In 2012, The Elf on the Shelf made its first appearance in the Macy's Thanksgiving Day Parade, alongside fellow parade newcomers Hello Kitty and Papa Smurf. In 2013, the book hit the No. 1 spot on the USA Today bestsellers list.[5] In October 2013, The Elf on the Shelf: A Birthday Tradition was released. Written and illustrated by the same team that created the first book, it offers instructions for inviting a scout elf to visit for a child's birthday party and describes how the elf decorates a chair for the child.[citation needed] In April 2014, two supplemental birthday products were released: The Elf on the Shelf Birthday Countdown Game and The Elf on the Shelf Birthday Chair Decoration Kit.[citation needed]

Criticism Edit

The Atlantic columnist Kate Tuttle calls The Elf on the Shelf "a marketing juggernaut dressed up as a tradition", whose purpose is "to spy on kids". She argues that one shouldn't "bully [one's] child into thinking that good behavior equals gifts."[6] Writing for Psychology Today, David Kyle Johnston calls it a "dangerous parental crutch", with much the same reasoning as what he terms the "Santa lie".[7]

Many privacy organizations and researchers criticize the product for teaching children that involuntary, non-consensual surveillance is normal.[8] Washington Post reviewer Hank Stuever characterized the concept as "just another nannycam in a nanny state obsessed with penal codes".[3] Professor Laura Pinto suggests that it conditions kids to accept the surveillance state and that it communicates to children that "it's okay for other people to spy on you, and you're not entitled to privacy."[9] She argues that, "if you grow up thinking it's cool for the elves to watch me and report back to Santa, well, then it's cool for the NSA to watch me and report back to the government... The rule of play is that kids get to interact with a doll or video game or what have you, but not so with the Elf on the Shelf: The rule is that you don't touch the elf. Think about the message that sends."[10][11]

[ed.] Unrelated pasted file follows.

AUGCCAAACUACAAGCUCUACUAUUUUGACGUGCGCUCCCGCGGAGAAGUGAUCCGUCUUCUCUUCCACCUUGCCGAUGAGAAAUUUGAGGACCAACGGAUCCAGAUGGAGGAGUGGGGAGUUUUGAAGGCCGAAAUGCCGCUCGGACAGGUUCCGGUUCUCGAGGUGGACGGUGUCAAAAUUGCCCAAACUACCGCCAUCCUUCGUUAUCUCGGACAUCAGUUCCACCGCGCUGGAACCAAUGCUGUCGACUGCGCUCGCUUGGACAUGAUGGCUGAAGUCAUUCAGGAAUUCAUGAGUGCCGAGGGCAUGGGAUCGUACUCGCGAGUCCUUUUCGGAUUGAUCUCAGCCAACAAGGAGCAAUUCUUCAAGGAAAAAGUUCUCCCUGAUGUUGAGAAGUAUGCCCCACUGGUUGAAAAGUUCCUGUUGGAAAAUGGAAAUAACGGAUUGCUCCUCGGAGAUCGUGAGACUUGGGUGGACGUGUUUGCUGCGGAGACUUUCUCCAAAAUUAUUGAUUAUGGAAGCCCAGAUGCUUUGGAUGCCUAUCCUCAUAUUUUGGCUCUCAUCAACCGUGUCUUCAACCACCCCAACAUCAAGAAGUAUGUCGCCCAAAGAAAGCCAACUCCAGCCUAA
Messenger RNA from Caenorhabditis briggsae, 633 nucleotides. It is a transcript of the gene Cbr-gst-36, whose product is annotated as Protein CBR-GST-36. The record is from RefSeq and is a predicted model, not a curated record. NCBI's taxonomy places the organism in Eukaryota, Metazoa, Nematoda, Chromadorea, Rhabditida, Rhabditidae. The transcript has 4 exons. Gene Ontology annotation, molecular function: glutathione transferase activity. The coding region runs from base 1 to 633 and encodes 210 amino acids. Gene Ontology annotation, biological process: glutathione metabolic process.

Using the elf in public school classrooms has been criticized for making children feel excluded if their families do not celebrate Christmas or Santa Claus.[8]

References Edit

  1. ^ Kavilanz, Parija (November 21, 2017). "Elf on the Shelf phenomenon is 11 million elves strong". CNNMoney.
  2. ^ "An Elf's Story". The Elf on the Shelf. Archived from the original on November 7, 2013. Retrieved December 4, 2013.
  3. ^ a b c Hank Stuever (November 24, 2011). "CBS's 'Elf on the Shelf': Unwarranted Christmas surveillance techniques". The Washington Post. Retrieved August 25, 2013.[dead link]
  4. ^ "The Elf on the Shelf: An Elf's Story". November 18, 2011. Archived from the original on April 15, 2014. Retrieved April 14, 2014.
  5. ^ [1] Archived April 15, 2014, at the Wayback Machine
  6. ^ You're a Creepy One, Elf on the Shelf Archived December 18, 2016, at the Wayback Machine in The Atlantic, December 6, 2012.
  7. ^ David Kyle Johnston, Let's Bench the Elf on the Shelf. Psychology Today, December 19, 2012.
  8. ^ a b Victor, Daniel (December 23, 2021). "Beware the Elf on a Shelf, Privacy Watchdogs Warn". The New York Times. ISSN 0362-4331. Retrieved December 23, 2021.
  9. ^ "Who's the Boss?". Canadian Centre for Policy Alternatives. Archived from the original on December 7, 2017. Retrieved December 1, 2017.
  10. ^ Craig Johnson, Does the Elf contribute to the surveillance state?., December 1, 2014. Archived December 15, 2015, at the Wayback Machine
  11. ^ Kyle Olsen, Prof: ‘Elf on the Shelf' conditions kids to accept surveillance state Archived December 15, 2014, at the Wayback Machine. Education Action Group Foundation, Inc., December 15, 2014.

External links Edit